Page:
“The chaos edge is a transition space between order and disorder that is believed to exist in a wide variety of systems. This transition zone is a region of bounded instability that engenders a constant dynamic interplay between order and disorder. – Complexity labs

Rising fertilizer prices could boost CF Industries’ bottom line

I recently recommended buying shares of a fertilizer producer CF Industries (CF) as the stock is well against the general downward trend in the market. At this point, it’s a classic supply and demand story coupled with a very attractive price chart that shows a stock with strong bullish momentum, even in a crazy market.

Specifically, the prices of nitrogen and natural gas, the two most important components of CF’s fertilizer products, have recovered. Additionally, with crop inflation becoming more entrenched and farmers requiring greater amounts of fertilizer due to higher price expectations, CF has been able to pass on higher production costs to its clients.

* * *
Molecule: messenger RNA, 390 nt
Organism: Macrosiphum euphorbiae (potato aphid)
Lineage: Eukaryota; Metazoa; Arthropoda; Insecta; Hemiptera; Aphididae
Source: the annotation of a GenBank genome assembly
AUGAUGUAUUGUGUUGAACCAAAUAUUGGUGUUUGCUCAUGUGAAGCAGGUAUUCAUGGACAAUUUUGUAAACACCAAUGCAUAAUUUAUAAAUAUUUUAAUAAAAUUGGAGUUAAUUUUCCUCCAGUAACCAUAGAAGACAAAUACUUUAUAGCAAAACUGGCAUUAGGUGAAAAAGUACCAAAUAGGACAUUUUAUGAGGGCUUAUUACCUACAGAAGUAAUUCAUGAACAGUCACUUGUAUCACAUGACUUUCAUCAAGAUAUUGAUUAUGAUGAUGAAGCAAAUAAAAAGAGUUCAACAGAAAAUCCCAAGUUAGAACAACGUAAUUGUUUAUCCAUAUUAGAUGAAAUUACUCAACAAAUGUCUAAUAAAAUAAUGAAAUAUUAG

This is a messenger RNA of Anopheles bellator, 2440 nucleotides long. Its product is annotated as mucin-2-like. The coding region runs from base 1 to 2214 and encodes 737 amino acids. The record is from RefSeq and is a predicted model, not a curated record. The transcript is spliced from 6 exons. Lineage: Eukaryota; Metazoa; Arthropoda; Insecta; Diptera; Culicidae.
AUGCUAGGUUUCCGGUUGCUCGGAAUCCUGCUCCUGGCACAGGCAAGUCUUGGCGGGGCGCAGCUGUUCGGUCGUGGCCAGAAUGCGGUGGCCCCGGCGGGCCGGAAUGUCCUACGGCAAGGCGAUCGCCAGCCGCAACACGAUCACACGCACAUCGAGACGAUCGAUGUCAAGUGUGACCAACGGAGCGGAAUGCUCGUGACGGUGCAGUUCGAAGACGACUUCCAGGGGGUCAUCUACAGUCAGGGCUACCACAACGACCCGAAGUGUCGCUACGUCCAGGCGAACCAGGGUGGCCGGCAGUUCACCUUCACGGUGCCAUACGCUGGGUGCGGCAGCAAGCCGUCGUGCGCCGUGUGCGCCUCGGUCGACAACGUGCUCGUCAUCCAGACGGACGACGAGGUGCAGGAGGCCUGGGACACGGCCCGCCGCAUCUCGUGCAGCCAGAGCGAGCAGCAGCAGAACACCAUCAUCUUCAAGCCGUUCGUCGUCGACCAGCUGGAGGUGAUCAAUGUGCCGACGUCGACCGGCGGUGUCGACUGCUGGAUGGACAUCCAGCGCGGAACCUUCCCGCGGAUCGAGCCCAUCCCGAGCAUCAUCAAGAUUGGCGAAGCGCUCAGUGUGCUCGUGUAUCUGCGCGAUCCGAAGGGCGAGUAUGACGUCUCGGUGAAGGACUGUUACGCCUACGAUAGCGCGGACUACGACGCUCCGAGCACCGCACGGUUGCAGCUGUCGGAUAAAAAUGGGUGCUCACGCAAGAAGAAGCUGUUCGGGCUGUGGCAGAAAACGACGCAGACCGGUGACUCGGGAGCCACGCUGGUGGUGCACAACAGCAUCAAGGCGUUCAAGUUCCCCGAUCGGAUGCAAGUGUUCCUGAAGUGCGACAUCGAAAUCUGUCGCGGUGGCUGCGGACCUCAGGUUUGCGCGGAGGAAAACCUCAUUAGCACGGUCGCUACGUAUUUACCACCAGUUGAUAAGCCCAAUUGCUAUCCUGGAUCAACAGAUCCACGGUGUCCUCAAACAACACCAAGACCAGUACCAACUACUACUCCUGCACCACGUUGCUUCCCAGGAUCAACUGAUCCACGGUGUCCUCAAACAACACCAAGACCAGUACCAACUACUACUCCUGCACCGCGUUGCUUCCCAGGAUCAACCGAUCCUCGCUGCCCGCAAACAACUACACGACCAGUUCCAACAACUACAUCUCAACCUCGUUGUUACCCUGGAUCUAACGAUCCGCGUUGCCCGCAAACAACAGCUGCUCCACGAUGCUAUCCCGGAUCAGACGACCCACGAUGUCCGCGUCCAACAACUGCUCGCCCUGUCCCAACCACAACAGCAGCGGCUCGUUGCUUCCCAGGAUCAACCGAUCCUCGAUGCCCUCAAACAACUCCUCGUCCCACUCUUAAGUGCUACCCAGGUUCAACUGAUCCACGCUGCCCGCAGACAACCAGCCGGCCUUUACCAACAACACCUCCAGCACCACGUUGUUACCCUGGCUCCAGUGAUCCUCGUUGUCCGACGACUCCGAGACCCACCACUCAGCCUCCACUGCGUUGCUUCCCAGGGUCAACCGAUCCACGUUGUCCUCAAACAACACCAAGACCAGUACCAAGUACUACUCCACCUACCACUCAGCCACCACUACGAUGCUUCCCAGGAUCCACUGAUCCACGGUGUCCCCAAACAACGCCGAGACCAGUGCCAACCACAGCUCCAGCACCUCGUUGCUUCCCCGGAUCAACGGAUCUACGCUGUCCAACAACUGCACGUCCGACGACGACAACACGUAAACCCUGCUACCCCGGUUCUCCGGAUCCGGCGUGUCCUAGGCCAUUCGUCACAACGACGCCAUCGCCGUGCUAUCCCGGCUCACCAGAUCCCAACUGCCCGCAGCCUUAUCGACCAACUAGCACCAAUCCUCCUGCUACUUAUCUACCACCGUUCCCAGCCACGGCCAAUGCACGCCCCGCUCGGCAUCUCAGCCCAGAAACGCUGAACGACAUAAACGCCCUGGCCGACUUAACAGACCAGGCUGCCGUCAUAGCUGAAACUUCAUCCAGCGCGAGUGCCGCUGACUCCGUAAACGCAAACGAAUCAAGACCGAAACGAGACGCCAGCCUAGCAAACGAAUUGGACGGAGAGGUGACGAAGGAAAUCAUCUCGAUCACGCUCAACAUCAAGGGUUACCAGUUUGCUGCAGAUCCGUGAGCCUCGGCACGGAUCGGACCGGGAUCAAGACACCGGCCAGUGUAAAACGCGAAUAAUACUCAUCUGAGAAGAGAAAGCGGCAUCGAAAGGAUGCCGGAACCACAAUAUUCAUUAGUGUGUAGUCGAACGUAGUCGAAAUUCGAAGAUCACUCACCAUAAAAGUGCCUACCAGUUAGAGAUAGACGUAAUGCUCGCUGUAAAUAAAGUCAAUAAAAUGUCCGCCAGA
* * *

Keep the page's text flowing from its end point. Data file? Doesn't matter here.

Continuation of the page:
This translated to $1 billion in cash flow over the past year, with the company expected to generate more than $2 billion in EBITDA when it reports results in mid-February.

Supply squeeze should generate profits

Here are some takeaways from the recent third quarter earnings conference call, which should fuel a strong fourth quarter earnings package

  • High crop prices and increased economic activity continue to drive demand.
  • Falling global production and government actions have created a supply constrained global market.
  • The company expects the fall ammonia application season to be the biggest since 2012 – India and Brazil are likely to lead the way.
  • Fertilizer stocks are very low.
  • Global production was weak in 2021 due to extreme weather conditions in North America, increased maintenance around the world, and ongoing shutdowns and curtailments in Europe.
  • The Russian and Chinese governments are discouraging nitrogen fertilizer exports until spring, further tightening global supply.

The price chart shows strong momentum

CF price chart shows strong momentum

(NYSE:CF) Stock charts

The price chart speaks for itself with positive momentum everywhere. Specifically, the Accumulation Distribution (ADI) and Equilibrium Volume (OBV) are rising while Volume Per Price (VBP) is showing good support at $70 and no major resistance above $75. It’s hard to find relative strength in this market, so it makes sense to have a small position in CF Industry Holdings with a well-placed sell stop.